Let’s set aside for a moment the question of whether Mignogna is guilty or innocent—or, indeed, whether this is a case of the oft forgotten third option: a genuine mismatch between different individuals’ personal boundaries. One could very easily see Mignogna as a middle-aged creep, who has cynically played up his pretty boy image in order to ingratiate himself with teenage girls for nefarious purposes. One could also very easily see him as an affectionate individual, who has been swept up by the emotions of the fan circuit and, perhaps naively, disregarded society’s general suspicion of interactions between underage girls and unrelated men. I am more interested in his stated intention to avoid such interactions with fans in the future, and the fact that this has been welcomed by some of his critics (although at least one, Kaylyn Saucedo, has accused him of engaging in misdirection).
Photos and videos taken by an army of convention attendees of the fifty-six-year-old Mignogna posing with, hugging and kissing fans—predominantly young girls—are available online for almost anyone in the world to peruse. For anyone to interpret. For anyone to judge. For anyone to come to their own conclusions from. And, despite the insistence of many if not all of the girls who have been identified in specific photos or videos that yes, they were happy to receive a hug or a kiss or an opportunity to act out a romantic scene from a favorite anime, and no, at no point did they feel uncomfortable, it would appear that Mignogna’s new policy is the only way to avoid the worst of these conclusions, true intentions be damned.
Is this a new puritanism? After centuries of tearing down the barriers between each other, and of fighting against the evil idea that a young virgin will forever be ruined by sharing an innocent hug or a kiss with a member of the opposite sex—or the same sex, as the case may be—are we to withdraw again from one another? Must we become ever more guarded in our words? Our feelings? Our gentle and innocent gestures?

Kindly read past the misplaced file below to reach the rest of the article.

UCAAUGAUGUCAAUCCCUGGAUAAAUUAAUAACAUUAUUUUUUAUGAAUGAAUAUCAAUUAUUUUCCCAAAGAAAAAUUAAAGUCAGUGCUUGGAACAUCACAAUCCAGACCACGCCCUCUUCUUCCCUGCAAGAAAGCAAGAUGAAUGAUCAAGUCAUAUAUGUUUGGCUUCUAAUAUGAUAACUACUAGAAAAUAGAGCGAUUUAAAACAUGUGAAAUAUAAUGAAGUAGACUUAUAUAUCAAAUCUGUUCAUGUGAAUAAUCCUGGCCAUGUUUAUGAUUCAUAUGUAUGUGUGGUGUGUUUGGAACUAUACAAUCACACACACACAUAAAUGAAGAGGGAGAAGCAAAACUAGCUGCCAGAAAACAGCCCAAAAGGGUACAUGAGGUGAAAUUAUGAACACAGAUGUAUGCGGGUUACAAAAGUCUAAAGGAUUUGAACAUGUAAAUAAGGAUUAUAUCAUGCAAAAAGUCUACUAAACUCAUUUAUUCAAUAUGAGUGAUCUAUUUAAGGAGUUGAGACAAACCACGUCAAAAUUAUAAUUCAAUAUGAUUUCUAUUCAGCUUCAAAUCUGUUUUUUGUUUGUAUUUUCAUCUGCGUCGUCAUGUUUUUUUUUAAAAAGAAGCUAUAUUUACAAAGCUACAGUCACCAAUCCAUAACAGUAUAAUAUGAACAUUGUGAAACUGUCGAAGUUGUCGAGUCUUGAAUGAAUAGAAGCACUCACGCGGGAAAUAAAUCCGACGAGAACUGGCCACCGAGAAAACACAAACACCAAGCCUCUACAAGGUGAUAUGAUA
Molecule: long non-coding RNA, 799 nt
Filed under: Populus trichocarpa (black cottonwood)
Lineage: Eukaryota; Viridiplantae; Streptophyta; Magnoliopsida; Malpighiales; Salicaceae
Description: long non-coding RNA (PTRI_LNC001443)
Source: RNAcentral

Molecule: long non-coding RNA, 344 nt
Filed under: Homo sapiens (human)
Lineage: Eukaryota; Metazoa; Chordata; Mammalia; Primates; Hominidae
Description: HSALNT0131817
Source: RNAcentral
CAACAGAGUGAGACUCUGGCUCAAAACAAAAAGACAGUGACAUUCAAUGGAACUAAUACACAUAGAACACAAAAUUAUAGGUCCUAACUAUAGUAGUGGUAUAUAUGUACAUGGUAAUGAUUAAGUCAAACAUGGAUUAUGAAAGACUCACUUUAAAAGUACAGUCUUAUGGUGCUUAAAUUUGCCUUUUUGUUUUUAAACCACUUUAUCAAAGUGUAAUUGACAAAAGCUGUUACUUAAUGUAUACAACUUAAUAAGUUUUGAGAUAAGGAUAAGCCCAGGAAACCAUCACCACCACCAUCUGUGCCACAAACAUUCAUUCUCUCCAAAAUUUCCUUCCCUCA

And, for that matter, is even total inaction an unsafe course of action?
When an image of a young boy in a red cap staring at an elderly drummer was shared on social media a few short weeks ago, many saw precisely what they were ready to see. Precisely what passions moved them to see. And they were wrong. It was not a government or a police force that sparked a campaign of retribution against the students of Covington Catholic. It was a still from a video taken by a college student on her smartphone. That little device, merely by watching and recording, brought death threats from all around the world upon the heads of children.
The great works of dystopic literature have presented us with worlds in which nobody is ever alone or unwatched, in which the private moment no longer exists. Big Brother is watching you. But, in our world, in which any moment, any conversation, or any one of the millions of insignificant frames of the reel that is our life—not one of which will ever be capable of capturing the whole of our being—can traverse the globe faster than the blood can flow from heart to head, I am Big Brother. And so are you.